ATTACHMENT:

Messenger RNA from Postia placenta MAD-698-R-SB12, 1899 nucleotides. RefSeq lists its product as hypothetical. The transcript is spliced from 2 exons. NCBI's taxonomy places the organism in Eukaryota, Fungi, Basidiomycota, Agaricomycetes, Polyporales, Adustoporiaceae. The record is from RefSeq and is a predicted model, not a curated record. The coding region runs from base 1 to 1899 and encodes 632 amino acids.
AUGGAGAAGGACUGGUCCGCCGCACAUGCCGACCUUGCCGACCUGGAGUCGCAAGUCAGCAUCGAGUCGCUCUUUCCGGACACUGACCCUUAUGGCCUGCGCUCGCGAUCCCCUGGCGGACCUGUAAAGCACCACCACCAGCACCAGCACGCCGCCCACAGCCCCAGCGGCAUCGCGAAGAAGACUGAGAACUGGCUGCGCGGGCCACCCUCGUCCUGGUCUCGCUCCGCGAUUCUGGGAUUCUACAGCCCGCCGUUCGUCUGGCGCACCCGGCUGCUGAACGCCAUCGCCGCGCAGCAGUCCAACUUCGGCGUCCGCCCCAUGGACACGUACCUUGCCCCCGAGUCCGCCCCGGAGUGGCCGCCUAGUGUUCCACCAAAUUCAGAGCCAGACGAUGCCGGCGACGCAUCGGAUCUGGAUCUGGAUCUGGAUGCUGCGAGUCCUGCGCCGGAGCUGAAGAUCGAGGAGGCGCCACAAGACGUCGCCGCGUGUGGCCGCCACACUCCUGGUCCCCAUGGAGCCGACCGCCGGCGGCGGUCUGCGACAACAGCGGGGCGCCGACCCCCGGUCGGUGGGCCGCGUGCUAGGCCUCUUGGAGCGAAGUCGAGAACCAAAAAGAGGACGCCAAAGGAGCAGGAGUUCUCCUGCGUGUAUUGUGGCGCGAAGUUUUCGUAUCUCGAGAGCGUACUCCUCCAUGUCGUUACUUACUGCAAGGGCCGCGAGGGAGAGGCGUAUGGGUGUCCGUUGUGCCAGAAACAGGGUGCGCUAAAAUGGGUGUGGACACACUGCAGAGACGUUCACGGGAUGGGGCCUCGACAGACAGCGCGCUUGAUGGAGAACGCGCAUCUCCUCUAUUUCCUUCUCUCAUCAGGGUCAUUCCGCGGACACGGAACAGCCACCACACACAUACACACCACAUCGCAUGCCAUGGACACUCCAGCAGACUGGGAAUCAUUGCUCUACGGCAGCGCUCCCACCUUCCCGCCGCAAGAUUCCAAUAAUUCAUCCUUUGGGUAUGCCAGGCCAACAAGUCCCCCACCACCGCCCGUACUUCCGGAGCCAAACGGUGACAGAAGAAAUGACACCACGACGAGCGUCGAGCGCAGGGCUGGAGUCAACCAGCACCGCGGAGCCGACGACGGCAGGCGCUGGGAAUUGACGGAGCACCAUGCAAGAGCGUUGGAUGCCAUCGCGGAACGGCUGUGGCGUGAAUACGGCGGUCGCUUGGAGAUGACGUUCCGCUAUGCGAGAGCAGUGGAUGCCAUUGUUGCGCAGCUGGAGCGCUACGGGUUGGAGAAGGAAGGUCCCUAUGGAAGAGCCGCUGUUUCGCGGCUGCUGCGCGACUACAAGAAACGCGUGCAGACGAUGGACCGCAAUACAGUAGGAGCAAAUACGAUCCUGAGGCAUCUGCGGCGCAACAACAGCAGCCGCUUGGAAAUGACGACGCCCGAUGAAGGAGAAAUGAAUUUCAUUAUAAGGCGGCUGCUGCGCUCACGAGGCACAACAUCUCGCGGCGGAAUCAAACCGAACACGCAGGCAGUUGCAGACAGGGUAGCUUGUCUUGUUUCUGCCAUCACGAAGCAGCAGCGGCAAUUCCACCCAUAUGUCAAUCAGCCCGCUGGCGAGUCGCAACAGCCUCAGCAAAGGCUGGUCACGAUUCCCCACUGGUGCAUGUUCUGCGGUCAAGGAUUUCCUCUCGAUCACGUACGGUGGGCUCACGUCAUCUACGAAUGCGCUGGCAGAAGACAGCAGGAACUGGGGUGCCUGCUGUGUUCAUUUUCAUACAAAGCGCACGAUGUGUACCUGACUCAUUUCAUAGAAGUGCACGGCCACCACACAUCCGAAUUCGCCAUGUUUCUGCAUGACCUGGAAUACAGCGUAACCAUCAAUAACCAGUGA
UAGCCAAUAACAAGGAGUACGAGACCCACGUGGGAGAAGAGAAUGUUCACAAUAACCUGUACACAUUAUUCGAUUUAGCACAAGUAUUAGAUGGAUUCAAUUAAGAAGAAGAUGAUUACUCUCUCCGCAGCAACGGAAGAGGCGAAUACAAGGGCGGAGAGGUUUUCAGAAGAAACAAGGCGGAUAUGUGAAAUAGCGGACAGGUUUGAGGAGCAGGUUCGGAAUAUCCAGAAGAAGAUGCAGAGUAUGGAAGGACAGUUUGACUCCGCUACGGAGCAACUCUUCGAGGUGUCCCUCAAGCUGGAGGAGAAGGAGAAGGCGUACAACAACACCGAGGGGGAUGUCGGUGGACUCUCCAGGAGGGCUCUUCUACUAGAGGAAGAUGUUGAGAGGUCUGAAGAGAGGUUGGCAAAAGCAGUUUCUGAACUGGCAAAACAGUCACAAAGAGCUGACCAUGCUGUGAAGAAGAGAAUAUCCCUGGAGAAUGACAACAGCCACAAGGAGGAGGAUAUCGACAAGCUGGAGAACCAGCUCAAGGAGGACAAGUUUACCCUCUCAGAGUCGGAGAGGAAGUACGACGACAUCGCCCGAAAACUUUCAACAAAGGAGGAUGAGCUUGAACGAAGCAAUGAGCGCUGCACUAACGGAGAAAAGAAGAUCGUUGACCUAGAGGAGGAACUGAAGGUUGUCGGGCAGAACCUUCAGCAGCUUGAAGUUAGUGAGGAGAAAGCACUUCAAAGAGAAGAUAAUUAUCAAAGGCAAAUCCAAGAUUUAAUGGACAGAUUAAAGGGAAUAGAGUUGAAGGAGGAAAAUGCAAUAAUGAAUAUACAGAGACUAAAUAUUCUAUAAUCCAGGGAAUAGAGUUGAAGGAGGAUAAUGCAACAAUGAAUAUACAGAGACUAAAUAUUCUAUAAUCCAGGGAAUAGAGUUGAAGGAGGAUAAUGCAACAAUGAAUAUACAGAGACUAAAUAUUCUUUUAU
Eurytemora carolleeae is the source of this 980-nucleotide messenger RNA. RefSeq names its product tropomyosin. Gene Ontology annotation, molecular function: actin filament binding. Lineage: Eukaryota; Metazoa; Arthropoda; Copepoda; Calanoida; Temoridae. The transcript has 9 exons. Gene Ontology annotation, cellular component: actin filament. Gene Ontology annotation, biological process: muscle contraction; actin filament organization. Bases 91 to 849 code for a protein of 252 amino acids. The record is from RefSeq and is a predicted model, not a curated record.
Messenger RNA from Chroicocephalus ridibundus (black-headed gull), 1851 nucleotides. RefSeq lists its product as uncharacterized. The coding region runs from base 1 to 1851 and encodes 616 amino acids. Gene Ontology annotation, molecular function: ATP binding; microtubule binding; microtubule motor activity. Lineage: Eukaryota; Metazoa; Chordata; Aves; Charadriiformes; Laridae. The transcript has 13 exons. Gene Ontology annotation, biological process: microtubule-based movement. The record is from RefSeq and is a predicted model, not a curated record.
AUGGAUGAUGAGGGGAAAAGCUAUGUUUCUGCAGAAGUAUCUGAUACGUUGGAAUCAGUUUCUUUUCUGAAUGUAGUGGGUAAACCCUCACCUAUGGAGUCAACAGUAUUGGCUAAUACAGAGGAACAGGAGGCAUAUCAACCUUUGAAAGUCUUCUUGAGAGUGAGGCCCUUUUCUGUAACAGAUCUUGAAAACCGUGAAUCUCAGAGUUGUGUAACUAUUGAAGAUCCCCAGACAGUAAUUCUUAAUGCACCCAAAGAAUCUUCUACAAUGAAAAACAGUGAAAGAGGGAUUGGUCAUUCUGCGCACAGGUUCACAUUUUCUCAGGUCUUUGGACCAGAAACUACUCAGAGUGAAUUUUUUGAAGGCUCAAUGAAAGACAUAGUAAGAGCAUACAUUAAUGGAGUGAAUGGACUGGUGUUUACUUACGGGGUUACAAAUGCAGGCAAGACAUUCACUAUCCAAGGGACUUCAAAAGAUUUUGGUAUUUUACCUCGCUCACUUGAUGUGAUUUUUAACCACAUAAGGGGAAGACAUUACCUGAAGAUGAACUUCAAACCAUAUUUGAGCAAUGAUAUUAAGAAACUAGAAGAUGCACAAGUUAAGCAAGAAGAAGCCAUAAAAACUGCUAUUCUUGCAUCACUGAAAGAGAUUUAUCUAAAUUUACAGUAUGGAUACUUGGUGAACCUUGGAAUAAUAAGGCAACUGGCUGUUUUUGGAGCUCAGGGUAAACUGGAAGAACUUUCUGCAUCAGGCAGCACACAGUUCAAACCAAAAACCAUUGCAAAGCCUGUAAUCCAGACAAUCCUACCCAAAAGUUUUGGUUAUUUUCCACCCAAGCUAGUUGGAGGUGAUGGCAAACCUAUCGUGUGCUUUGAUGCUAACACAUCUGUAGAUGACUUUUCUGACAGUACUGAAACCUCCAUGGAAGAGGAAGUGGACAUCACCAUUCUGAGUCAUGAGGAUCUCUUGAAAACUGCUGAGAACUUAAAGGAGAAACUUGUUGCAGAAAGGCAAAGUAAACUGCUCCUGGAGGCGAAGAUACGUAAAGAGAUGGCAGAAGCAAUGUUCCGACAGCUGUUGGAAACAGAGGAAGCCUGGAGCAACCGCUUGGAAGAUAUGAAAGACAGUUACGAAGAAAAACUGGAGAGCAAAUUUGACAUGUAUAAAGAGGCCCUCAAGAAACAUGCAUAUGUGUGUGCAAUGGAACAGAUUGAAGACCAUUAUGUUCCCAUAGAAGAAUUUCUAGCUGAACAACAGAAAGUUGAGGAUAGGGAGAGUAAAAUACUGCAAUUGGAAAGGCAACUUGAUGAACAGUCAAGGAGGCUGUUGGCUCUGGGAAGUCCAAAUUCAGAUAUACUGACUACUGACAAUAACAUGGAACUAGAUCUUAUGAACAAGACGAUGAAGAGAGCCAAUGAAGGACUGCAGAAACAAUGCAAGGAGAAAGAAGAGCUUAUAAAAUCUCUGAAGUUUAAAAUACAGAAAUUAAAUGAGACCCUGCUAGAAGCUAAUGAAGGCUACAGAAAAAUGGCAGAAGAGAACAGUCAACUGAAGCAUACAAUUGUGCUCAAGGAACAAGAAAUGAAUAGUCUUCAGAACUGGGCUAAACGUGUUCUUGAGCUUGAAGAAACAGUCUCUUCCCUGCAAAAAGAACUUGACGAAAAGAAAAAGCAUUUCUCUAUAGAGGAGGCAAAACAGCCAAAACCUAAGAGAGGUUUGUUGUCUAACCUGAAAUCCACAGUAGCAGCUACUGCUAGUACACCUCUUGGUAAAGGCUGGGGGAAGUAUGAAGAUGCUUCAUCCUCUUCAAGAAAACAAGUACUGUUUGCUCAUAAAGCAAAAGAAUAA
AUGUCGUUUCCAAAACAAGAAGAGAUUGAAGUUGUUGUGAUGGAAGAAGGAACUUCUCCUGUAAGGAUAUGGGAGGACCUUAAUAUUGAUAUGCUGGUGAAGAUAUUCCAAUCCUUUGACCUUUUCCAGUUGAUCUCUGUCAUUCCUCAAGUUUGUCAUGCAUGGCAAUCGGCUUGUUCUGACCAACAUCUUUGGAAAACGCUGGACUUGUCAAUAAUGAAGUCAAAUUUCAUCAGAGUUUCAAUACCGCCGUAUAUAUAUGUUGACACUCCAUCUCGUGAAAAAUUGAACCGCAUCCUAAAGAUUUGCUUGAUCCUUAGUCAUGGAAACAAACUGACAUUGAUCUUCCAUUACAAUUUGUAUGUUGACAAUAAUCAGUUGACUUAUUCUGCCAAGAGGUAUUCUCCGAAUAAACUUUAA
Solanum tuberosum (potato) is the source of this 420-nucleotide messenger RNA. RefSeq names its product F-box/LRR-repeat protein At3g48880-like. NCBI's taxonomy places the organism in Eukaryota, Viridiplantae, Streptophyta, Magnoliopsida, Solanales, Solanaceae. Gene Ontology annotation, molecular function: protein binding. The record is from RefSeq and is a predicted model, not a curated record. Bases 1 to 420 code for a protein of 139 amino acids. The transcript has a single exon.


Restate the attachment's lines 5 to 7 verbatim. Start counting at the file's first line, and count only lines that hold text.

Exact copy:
Messenger RNA from Chroicocephalus ridibundus (black-headed gull), 1851 nucleotides. RefSeq lists its product as uncharacterized. The coding region runs from base 1 to 1851 and encodes 616 amino acids. Gene Ontology annotation, molecular function: ATP binding; microtubule binding; microtubule motor activity. Lineage: Eukaryota; Metazoa; Chordata; Aves; Charadriiformes; Laridae. The transcript has 13 exons. Gene Ontology annotation, biological process: microtubule-based movement. The record is from RefSeq and is a predicted model, not a curated record.
AUGGAUGAUGAGGGGAAAAGCUAUGUUUCUGCAGAAGUAUCUGAUACGUUGGAAUCAGUUUCUUUUCUGAAUGUAGUGGGUAAACCCUCACCUAUGGAGUCAACAGUAUUGGCUAAUACAGAGGAACAGGAGGCAUAUCAACCUUUGAAAGUCUUCUUGAGAGUGAGGCCCUUUUCUGUAACAGAUCUUGAAAACCGUGAAUCUCAGAGUUGUGUAACUAUUGAAGAUCCCCAGACAGUAAUUCUUAAUGCACCCAAAGAAUCUUCUACAAUGAAAAACAGUGAAAGAGGGAUUGGUCAUUCUGCGCACAGGUUCACAUUUUCUCAGGUCUUUGGACCAGAAACUACUCAGAGUGAAUUUUUUGAAGGCUCAAUGAAAGACAUAGUAAGAGCAUACAUUAAUGGAGUGAAUGGACUGGUGUUUACUUACGGGGUUACAAAUGCAGGCAAGACAUUCACUAUCCAAGGGACUUCAAAAGAUUUUGGUAUUUUACCUCGCUCACUUGAUGUGAUUUUUAACCACAUAAGGGGAAGACAUUACCUGAAGAUGAACUUCAAACCAUAUUUGAGCAAUGAUAUUAAGAAACUAGAAGAUGCACAAGUUAAGCAAGAAGAAGCCAUAAAAACUGCUAUUCUUGCAUCACUGAAAGAGAUUUAUCUAAAUUUACAGUAUGGAUACUUGGUGAACCUUGGAAUAAUAAGGCAACUGGCUGUUUUUGGAGCUCAGGGUAAACUGGAAGAACUUUCUGCAUCAGGCAGCACACAGUUCAAACCAAAAACCAUUGCAAAGCCUGUAAUCCAGACAAUCCUACCCAAAAGUUUUGGUUAUUUUCCACCCAAGCUAGUUGGAGGUGAUGGCAAACCUAUCGUGUGCUUUGAUGCUAACACAUCUGUAGAUGACUUUUCUGACAGUACUGAAACCUCCAUGGAAGAGGAAGUGGACAUCACCAUUCUGAGUCAUGAGGAUCUCUUGAAAACUGCUGAGAACUUAAAGGAGAAACUUGUUGCAGAAAGGCAAAGUAAACUGCUCCUGGAGGCGAAGAUACGUAAAGAGAUGGCAGAAGCAAUGUUCCGACAGCUGUUGGAAACAGAGGAAGCCUGGAGCAACCGCUUGGAAGAUAUGAAAGACAGUUACGAAGAAAAACUGGAGAGCAAAUUUGACAUGUAUAAAGAGGCCCUCAAGAAACAUGCAUAUGUGUGUGCAAUGGAACAGAUUGAAGACCAUUAUGUUCCCAUAGAAGAAUUUCUAGCUGAACAACAGAAAGUUGAGGAUAGGGAGAGUAAAAUACUGCAAUUGGAAAGGCAACUUGAUGAACAGUCAAGGAGGCUGUUGGCUCUGGGAAGUCCAAAUUCAGAUAUACUGACUACUGACAAUAACAUGGAACUAGAUCUUAUGAACAAGACGAUGAAGAGAGCCAAUGAAGGACUGCAGAAACAAUGCAAGGAGAAAGAAGAGCUUAUAAAAUCUCUGAAGUUUAAAAUACAGAAAUUAAAUGAGACCCUGCUAGAAGCUAAUGAAGGCUACAGAAAAAUGGCAGAAGAGAACAGUCAACUGAAGCAUACAAUUGUGCUCAAGGAACAAGAAAUGAAUAGUCUUCAGAACUGGGCUAAACGUGUUCUUGAGCUUGAAGAAACAGUCUCUUCCCUGCAAAAAGAACUUGACGAAAAGAAAAAGCAUUUCUCUAUAGAGGAGGCAAAACAGCCAAAACCUAAGAGAGGUUUGUUGUCUAACCUGAAAUCCACAGUAGCAGCUACUGCUAGUACACCUCUUGGUAAAGGCUGGGGGAAGUAUGAAGAUGCUUCAUCCUCUUCAAGAAAACAAGUACUGUUUGCUCAUAAAGCAAAAGAAUAA
AUGUCGUUUCCAAAACAAGAAGAGAUUGAAGUUGUUGUGAUGGAAGAAGGAACUUCUCCUGUAAGGAUAUGGGAGGACCUUAAUAUUGAUAUGCUGGUGAAGAUAUUCCAAUCCUUUGACCUUUUCCAGUUGAUCUCUGUCAUUCCUCAAGUUUGUCAUGCAUGGCAAUCGGCUUGUUCUGACCAACAUCUUUGGAAAACGCUGGACUUGUCAAUAAUGAAGUCAAAUUUCAUCAGAGUUUCAAUACCGCCGUAUAUAUAUGUUGACACUCCAUCUCGUGAAAAAUUGAACCGCAUCCUAAAGAUUUGCUUGAUCCUUAGUCAUGGAAACAAACUGACAUUGAUCUUCCAUUACAAUUUGUAUGUUGACAAUAAUCAGUUGACUUAUUCUGCCAAGAGGUAUUCUCCGAAUAAACUUUAA